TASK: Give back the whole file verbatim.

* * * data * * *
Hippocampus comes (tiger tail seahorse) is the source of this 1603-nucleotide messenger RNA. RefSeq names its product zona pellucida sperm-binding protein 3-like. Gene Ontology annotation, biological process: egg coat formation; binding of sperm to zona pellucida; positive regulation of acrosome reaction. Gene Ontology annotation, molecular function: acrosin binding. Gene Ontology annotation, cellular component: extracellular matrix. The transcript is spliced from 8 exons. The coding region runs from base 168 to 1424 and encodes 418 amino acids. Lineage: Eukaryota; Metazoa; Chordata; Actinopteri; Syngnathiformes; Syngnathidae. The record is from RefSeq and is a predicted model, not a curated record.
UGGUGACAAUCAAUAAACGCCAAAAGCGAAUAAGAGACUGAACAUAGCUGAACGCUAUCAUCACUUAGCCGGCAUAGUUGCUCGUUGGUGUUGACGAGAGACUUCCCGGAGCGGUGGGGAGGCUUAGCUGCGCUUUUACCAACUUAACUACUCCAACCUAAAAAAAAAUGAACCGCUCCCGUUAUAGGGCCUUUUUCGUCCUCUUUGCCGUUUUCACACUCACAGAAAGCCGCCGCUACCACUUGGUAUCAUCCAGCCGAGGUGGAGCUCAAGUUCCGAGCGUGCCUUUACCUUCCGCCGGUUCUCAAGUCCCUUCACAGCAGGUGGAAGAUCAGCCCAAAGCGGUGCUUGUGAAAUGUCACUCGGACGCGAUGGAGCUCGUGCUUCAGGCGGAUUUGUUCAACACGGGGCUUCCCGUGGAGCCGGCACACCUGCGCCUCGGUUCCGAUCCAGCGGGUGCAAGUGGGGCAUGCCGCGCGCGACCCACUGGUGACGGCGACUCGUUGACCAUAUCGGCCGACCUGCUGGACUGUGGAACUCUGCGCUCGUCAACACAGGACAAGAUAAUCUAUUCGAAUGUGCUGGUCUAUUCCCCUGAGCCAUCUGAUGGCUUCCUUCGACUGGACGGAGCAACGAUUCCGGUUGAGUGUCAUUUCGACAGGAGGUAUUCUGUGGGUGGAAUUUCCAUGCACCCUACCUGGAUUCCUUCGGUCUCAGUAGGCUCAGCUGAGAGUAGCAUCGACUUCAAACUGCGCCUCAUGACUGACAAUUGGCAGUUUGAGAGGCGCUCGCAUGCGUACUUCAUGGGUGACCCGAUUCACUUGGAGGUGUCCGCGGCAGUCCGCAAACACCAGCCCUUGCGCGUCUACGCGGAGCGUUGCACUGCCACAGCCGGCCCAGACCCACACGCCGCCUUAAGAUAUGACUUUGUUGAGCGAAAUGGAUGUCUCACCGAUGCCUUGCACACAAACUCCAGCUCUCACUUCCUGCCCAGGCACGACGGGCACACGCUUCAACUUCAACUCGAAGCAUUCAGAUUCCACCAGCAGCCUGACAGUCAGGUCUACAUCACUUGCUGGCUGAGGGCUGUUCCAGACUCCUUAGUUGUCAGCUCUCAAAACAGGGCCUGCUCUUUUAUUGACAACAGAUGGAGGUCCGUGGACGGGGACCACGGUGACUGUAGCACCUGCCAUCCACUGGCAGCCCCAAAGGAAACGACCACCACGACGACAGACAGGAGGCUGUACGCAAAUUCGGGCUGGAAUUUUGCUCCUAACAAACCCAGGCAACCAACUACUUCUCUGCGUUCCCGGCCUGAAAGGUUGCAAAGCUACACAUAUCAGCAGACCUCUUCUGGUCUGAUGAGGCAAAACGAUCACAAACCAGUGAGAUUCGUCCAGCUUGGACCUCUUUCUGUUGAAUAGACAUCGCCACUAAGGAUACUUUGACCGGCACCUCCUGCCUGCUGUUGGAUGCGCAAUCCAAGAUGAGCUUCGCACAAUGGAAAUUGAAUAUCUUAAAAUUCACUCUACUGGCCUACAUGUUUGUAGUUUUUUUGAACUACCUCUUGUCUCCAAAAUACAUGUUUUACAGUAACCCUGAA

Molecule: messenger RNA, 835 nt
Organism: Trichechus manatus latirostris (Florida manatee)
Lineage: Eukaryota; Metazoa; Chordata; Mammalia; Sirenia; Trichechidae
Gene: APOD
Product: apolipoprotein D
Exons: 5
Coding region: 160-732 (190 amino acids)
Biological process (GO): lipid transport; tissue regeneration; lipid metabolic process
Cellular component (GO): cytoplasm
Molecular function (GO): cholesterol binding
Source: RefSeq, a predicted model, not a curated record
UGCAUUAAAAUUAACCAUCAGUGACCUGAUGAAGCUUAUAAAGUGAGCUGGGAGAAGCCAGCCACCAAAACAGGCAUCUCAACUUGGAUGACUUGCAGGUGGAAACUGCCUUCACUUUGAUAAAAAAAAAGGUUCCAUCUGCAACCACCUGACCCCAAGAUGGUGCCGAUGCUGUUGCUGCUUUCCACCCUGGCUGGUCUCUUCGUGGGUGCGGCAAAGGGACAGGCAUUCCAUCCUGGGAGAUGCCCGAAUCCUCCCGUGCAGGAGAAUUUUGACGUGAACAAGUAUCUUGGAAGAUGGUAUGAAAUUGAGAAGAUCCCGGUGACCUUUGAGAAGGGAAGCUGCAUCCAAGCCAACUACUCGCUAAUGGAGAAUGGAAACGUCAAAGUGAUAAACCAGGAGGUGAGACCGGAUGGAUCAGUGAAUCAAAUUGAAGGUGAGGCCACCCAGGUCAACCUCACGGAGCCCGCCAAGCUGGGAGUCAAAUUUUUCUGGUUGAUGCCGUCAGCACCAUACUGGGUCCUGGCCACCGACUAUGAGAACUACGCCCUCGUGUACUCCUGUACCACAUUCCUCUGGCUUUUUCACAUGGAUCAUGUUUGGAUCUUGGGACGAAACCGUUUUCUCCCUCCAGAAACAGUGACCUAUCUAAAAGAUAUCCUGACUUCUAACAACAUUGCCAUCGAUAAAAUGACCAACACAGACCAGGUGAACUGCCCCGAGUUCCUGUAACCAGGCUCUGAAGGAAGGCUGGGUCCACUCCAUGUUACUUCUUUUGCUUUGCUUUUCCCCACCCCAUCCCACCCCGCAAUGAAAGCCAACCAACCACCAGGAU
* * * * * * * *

Hippocampus comes (tiger tail seahorse) is the source of this 1603-nucleotide messenger RNA. RefSeq names its product zona pellucida sperm-binding protein 3-like. Gene Ontology annotation, biological process: egg coat formation; binding of sperm to zona pellucida; positive regulation of acrosome reaction. Gene Ontology annotation, molecular function: acrosin binding. Gene Ontology annotation, cellular component: extracellular matrix. The transcript is spliced from 8 exons. The coding region runs from base 168 to 1424 and encodes 418 amino acids. Lineage: Eukaryota; Metazoa; Chordata; Actinopteri; Syngnathiformes; Syngnathidae. The record is from RefSeq and is a predicted model, not a curated record.
UGGUGACAAUCAAUAAACGCCAAAAGCGAAUAAGAGACUGAACAUAGCUGAACGCUAUCAUCACUUAGCCGGCAUAGUUGCUCGUUGGUGUUGACGAGAGACUUCCCGGAGCGGUGGGGAGGCUUAGCUGCGCUUUUACCAACUUAACUACUCCAACCUAAAAAAAAAUGAACCGCUCCCGUUAUAGGGCCUUUUUCGUCCUCUUUGCCGUUUUCACACUCACAGAAAGCCGCCGCUACCACUUGGUAUCAUCCAGCCGAGGUGGAGCUCAAGUUCCGAGCGUGCCUUUACCUUCCGCCGGUUCUCAAGUCCCUUCACAGCAGGUGGAAGAUCAGCCCAAAGCGGUGCUUGUGAAAUGUCACUCGGACGCGAUGGAGCUCGUGCUUCAGGCGGAUUUGUUCAACACGGGGCUUCCCGUGGAGCCGGCACACCUGCGCCUCGGUUCCGAUCCAGCGGGUGCAAGUGGGGCAUGCCGCGCGCGACCCACUGGUGACGGCGACUCGUUGACCAUAUCGGCCGACCUGCUGGACUGUGGAACUCUGCGCUCGUCAACACAGGACAAGAUAAUCUAUUCGAAUGUGCUGGUCUAUUCCCCUGAGCCAUCUGAUGGCUUCCUUCGACUGGACGGAGCAACGAUUCCGGUUGAGUGUCAUUUCGACAGGAGGUAUUCUGUGGGUGGAAUUUCCAUGCACCCUACCUGGAUUCCUUCGGUCUCAGUAGGCUCAGCUGAGAGUAGCAUCGACUUCAAACUGCGCCUCAUGACUGACAAUUGGCAGUUUGAGAGGCGCUCGCAUGCGUACUUCAUGGGUGACCCGAUUCACUUGGAGGUGUCCGCGGCAGUCCGCAAACACCAGCCCUUGCGCGUCUACGCGGAGCGUUGCACUGCCACAGCCGGCCCAGACCCACACGCCGCCUUAAGAUAUGACUUUGUUGAGCGAAAUGGAUGUCUCACCGAUGCCUUGCACACAAACUCCAGCUCUCACUUCCUGCCCAGGCACGACGGGCACACGCUUCAACUUCAACUCGAAGCAUUCAGAUUCCACCAGCAGCCUGACAGUCAGGUCUACAUCACUUGCUGGCUGAGGGCUGUUCCAGACUCCUUAGUUGUCAGCUCUCAAAACAGGGCCUGCUCUUUUAUUGACAACAGAUGGAGGUCCGUGGACGGGGACCACGGUGACUGUAGCACCUGCCAUCCACUGGCAGCCCCAAAGGAAACGACCACCACGACGACAGACAGGAGGCUGUACGCAAAUUCGGGCUGGAAUUUUGCUCCUAACAAACCCAGGCAACCAACUACUUCUCUGCGUUCCCGGCCUGAAAGGUUGCAAAGCUACACAUAUCAGCAGACCUCUUCUGGUCUGAUGAGGCAAAACGAUCACAAACCAGUGAGAUUCGUCCAGCUUGGACCUCUUUCUGUUGAAUAGACAUCGCCACUAAGGAUACUUUGACCGGCACCUCCUGCCUGCUGUUGGAUGCGCAAUCCAAGAUGAGCUUCGCACAAUGGAAAUUGAAUAUCUUAAAAUUCACUCUACUGGCCUACAUGUUUGUAGUUUUUUUGAACUACCUCUUGUCUCCAAAAUACAUGUUUUACAGUAACCCUGAA

Molecule: messenger RNA, 835 nt
Organism: Trichechus manatus latirostris (Florida manatee)
Lineage: Eukaryota; Metazoa; Chordata; Mammalia; Sirenia; Trichechidae
Gene: APOD
Product: apolipoprotein D
Exons: 5
Coding region: 160-732 (190 amino acids)
Biological process (GO): lipid transport; tissue regeneration; lipid metabolic process
Cellular component (GO): cytoplasm
Molecular function (GO): cholesterol binding
Source: RefSeq, a predicted model, not a curated record
UGCAUUAAAAUUAACCAUCAGUGACCUGAUGAAGCUUAUAAAGUGAGCUGGGAGAAGCCAGCCACCAAAACAGGCAUCUCAACUUGGAUGACUUGCAGGUGGAAACUGCCUUCACUUUGAUAAAAAAAAAGGUUCCAUCUGCAACCACCUGACCCCAAGAUGGUGCCGAUGCUGUUGCUGCUUUCCACCCUGGCUGGUCUCUUCGUGGGUGCGGCAAAGGGACAGGCAUUCCAUCCUGGGAGAUGCCCGAAUCCUCCCGUGCAGGAGAAUUUUGACGUGAACAAGUAUCUUGGAAGAUGGUAUGAAAUUGAGAAGAUCCCGGUGACCUUUGAGAAGGGAAGCUGCAUCCAAGCCAACUACUCGCUAAUGGAGAAUGGAAACGUCAAAGUGAUAAACCAGGAGGUGAGACCGGAUGGAUCAGUGAAUCAAAUUGAAGGUGAGGCCACCCAGGUCAACCUCACGGAGCCCGCCAAGCUGGGAGUCAAAUUUUUCUGGUUGAUGCCGUCAGCACCAUACUGGGUCCUGGCCACCGACUAUGAGAACUACGCCCUCGUGUACUCCUGUACCACAUUCCUCUGGCUUUUUCACAUGGAUCAUGUUUGGAUCUUGGGACGAAACCGUUUUCUCCCUCCAGAAACAGUGACCUAUCUAAAAGAUAUCCUGACUUCUAACAACAUUGCCAUCGAUAAAAUGACCAACACAGACCAGGUGAACUGCCCCGAGUUCCUGUAACCAGGCUCUGAAGGAAGGCUGGGUCCACUCCAUGUUACUUCUUUUGCUUUGCUUUUCCCCACCCCAUCCCACCCCGCAAUGAAAGCCAACCAACCACCAGGAU